Any entity involved with hazardous waste must be familiar with RCRA regulations. The EPA oversees hazardous materials from the moment they are generated to their eventual disposal.
Consult relevant parts of 40 CFR:
Part 261: Identification and listing of hazardous waste
Part 262: Standards applicable to generators of hazardous waste
Part 263: Standards applicable to transporters of hazardous waste
Parts 264 and 265: Standards for operators of hazardous waste treatment, storage, and disposal facilities.
Some states maintain waste regulations that are more stringent than federal regulations. They may also define hazardous waste more broadly. Consider that Colorado designates aerosol cans as hazardous waste, for example. States may also require generators to file annual or biennial hazardous waste reports.
Compliance falls to the EPA and its various regulatory partners. Regulators focus on:
Hazardous waste identification
Those who generate hazardous waste
Those who transport hazardous waste
Those who treat, store, and/or dispose of hazardous waste
An onsite compliance evaluation inspection (CEI) determines a hazardous waste handler’s compliance. This includes consideration of RCRA regulations and permit standards.
The CEI may consist of, but is not limited to:
Onsite hazardous waste identification
Identification of units generating, treating, storing, or disposing of hazardous waste
Review of relevant reports, documents, and on-site plans
Some states adopt RCRA minimums. In other states, regulations may mirror the RCRA but be more stringent in some areas.
For generators, hazardous waste identification is a crucial first step. Compliance requires correct determinations of what is and is not hazardous waste.
Compliance monitoring also involves a review of:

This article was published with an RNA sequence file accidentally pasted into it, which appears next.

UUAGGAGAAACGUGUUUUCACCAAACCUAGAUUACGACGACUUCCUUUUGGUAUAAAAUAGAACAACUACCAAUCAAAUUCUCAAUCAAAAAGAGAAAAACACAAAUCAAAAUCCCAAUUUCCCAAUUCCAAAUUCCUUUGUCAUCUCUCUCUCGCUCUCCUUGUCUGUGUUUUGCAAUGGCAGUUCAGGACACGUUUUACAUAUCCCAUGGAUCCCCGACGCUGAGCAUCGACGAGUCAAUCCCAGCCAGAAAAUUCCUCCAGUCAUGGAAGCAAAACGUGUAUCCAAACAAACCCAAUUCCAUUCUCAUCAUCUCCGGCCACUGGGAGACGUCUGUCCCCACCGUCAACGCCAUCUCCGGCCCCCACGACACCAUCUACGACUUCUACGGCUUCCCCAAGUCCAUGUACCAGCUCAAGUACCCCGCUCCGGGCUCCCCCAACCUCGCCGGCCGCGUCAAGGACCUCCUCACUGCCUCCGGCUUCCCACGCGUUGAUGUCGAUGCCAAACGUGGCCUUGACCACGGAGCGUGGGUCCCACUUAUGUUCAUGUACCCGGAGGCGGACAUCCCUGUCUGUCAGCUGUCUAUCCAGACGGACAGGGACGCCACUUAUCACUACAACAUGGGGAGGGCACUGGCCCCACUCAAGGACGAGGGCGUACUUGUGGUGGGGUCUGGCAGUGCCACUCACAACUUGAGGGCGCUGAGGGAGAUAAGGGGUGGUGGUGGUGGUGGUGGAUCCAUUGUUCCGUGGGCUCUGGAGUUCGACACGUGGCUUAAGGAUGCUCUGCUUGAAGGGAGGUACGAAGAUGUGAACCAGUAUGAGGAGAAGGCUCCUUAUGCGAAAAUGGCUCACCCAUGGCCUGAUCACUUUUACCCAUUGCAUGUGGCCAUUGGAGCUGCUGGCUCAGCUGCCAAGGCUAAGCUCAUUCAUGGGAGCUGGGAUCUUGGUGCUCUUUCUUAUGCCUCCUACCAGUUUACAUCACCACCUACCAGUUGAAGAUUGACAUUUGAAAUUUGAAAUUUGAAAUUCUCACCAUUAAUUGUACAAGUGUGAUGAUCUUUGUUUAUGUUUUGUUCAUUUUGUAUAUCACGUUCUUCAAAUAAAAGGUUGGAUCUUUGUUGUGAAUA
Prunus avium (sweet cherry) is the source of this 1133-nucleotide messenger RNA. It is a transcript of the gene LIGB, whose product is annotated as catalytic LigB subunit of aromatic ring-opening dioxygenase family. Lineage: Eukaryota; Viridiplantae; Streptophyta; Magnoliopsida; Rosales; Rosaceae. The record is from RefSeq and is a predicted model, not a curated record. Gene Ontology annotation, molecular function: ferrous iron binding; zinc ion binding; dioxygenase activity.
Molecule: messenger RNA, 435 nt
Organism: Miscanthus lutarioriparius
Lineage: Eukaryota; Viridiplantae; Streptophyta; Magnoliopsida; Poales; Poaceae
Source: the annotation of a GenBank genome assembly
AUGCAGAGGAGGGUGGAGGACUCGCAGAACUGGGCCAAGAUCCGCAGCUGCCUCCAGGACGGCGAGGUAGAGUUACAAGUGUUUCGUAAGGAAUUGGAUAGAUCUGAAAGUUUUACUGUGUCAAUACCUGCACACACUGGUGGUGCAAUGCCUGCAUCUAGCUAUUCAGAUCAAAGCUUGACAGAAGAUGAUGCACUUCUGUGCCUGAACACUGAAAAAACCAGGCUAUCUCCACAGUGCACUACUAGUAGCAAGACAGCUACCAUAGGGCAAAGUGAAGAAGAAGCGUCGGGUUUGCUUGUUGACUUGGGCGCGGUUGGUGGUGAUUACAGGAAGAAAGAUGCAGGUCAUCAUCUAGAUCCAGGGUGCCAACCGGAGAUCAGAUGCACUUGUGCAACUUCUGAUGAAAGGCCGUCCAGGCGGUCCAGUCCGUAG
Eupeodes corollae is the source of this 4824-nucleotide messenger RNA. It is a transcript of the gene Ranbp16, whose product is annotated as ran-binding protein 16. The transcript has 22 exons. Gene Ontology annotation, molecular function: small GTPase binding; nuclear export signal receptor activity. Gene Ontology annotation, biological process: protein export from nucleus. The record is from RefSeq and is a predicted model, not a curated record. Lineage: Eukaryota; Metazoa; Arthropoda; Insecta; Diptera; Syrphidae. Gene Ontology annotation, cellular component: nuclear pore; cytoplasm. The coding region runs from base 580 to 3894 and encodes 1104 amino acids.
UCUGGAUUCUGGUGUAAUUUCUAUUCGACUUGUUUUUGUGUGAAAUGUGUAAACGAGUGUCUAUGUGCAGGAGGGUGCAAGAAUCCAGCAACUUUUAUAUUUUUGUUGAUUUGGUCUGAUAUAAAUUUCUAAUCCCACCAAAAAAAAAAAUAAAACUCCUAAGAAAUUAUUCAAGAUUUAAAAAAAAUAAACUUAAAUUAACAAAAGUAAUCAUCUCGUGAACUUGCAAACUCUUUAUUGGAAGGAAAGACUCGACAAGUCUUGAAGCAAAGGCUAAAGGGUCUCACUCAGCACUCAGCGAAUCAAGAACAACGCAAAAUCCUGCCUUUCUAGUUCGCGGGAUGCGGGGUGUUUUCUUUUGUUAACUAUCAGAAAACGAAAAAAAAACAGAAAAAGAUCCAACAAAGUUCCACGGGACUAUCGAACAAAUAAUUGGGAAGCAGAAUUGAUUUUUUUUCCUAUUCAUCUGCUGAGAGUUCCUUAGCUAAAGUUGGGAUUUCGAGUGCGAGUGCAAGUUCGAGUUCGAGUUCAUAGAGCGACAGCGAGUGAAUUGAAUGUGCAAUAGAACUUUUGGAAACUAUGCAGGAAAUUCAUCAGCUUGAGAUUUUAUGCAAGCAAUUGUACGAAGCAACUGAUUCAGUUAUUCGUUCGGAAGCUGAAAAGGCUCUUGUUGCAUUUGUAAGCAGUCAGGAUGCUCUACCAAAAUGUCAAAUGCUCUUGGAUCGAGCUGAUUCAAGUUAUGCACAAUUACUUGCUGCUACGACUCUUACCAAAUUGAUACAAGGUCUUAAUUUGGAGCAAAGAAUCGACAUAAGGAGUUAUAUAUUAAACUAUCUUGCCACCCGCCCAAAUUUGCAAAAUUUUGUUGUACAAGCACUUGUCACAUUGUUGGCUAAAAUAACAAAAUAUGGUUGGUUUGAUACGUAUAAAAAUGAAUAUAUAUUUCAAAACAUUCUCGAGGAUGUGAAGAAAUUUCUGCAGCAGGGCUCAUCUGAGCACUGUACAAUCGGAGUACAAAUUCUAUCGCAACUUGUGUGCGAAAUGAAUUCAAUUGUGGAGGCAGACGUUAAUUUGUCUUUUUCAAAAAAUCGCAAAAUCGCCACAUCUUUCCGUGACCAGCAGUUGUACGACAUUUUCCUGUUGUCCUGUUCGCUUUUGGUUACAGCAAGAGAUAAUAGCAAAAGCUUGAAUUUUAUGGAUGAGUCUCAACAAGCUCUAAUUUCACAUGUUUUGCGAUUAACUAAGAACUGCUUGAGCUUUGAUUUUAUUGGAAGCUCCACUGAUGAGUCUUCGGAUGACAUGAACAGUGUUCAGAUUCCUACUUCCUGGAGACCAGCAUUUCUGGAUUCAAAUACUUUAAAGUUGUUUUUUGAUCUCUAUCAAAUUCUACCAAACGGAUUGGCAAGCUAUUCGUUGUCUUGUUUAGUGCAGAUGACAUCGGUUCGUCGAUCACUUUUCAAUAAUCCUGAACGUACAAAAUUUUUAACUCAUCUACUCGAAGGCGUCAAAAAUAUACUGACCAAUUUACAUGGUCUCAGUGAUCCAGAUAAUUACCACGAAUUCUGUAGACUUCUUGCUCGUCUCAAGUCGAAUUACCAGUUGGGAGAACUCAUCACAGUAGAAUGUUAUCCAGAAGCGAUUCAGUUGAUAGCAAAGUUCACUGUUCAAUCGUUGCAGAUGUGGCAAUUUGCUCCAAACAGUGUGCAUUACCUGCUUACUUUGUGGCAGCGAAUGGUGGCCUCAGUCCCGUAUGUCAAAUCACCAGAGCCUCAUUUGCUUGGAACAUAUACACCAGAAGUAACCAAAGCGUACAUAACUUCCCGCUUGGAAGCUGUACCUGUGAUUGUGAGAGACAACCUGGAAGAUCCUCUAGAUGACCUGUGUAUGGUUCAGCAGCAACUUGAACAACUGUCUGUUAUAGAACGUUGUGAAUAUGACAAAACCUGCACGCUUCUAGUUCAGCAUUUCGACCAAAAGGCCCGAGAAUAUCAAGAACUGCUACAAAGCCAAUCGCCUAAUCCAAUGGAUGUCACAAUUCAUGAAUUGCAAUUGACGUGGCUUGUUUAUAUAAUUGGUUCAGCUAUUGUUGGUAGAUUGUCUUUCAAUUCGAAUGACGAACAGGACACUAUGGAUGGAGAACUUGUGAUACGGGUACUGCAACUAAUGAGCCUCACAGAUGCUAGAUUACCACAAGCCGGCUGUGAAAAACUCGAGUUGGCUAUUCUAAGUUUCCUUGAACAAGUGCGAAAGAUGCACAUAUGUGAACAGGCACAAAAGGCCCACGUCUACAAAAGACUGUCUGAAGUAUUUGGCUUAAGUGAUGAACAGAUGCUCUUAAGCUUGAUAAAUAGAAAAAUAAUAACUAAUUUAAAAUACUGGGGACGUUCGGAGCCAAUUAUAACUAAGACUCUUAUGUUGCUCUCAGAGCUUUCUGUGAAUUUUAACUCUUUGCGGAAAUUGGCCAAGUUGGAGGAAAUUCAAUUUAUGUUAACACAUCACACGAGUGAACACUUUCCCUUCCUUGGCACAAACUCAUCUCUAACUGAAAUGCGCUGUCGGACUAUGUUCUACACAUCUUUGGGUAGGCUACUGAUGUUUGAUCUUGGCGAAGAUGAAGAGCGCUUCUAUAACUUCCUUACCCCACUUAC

EPA identification numbers
Recordkeeping and reporting
State agencies and programs often take responsibility for hazardous waste enforcement. In other instances, the EPA engages in direct enforcement.
The EPA’s Solid Waste Program (RCRA Subtitle D) prohibits the open dumping of solid waste. It establishes standards for solid waste disposal facilities, including municipal solid waste landfills. The program requires that states develop plans to manage municipal solid waste. The same applies to nonhazardous industrial solid waste.
Examples of industrial non-hazardous waste may include grinding dust, ash, and sludges. Medical non-hazardous waste may include paper and plastic packaging, cardboard, and office products. Hazardous waste disposal typically costs more than disposing of non-hazardous waste. Accordingly, the proper classification of waste reduces disposal expenses.
However, waste classification is not always straightforward. Waste can be hazardous yet not fall under the same RCRA disposal guidelines. It is also possible for waste to be non-hazardous under the RCRA yet hazardous under stricter state statutes. Some waste, like electronics, may have both hazardous and non-hazardous components.
Laws and Regulations
At the federal level, household, and municipal solid waste are regulated by 40 CFR Part 258. States also have regulations. Consider the State of Illinois as an example. State regulations(35 Ill Adm Code) pertain to landfills and compost facilities. They also address storage/treatment facilities, medical waste, and transfer stations.
Compliance & Enforcement
The U.S. Environmental Protection Agency takes responsibility for non-hazardous waste compliance. So do state EPAs.
GRI 306 Standards
The 300 series of the Global Reporting Initiative pertains to environmental issues. “GRI 306: Waste 2020” establishes waste reporting standards. It is effective for all materials published after January 1, 2022. Sustainability reporting standards guide organizations in reporting their environmental impact and more. GRI 306 is used in conjunction with GRI 101 (Foundation), GRI 103 (Management Approach), and the GRI Standards Glossary.
GRI 306 addresses a wide range of waste-related activities, products, and services. It applies to specific waste sources and waste generated across supply chains. GRI 306 helps an enterprise to understand its responsibility for waste generation better. It also encourages management decisions promoting positive, systemic change.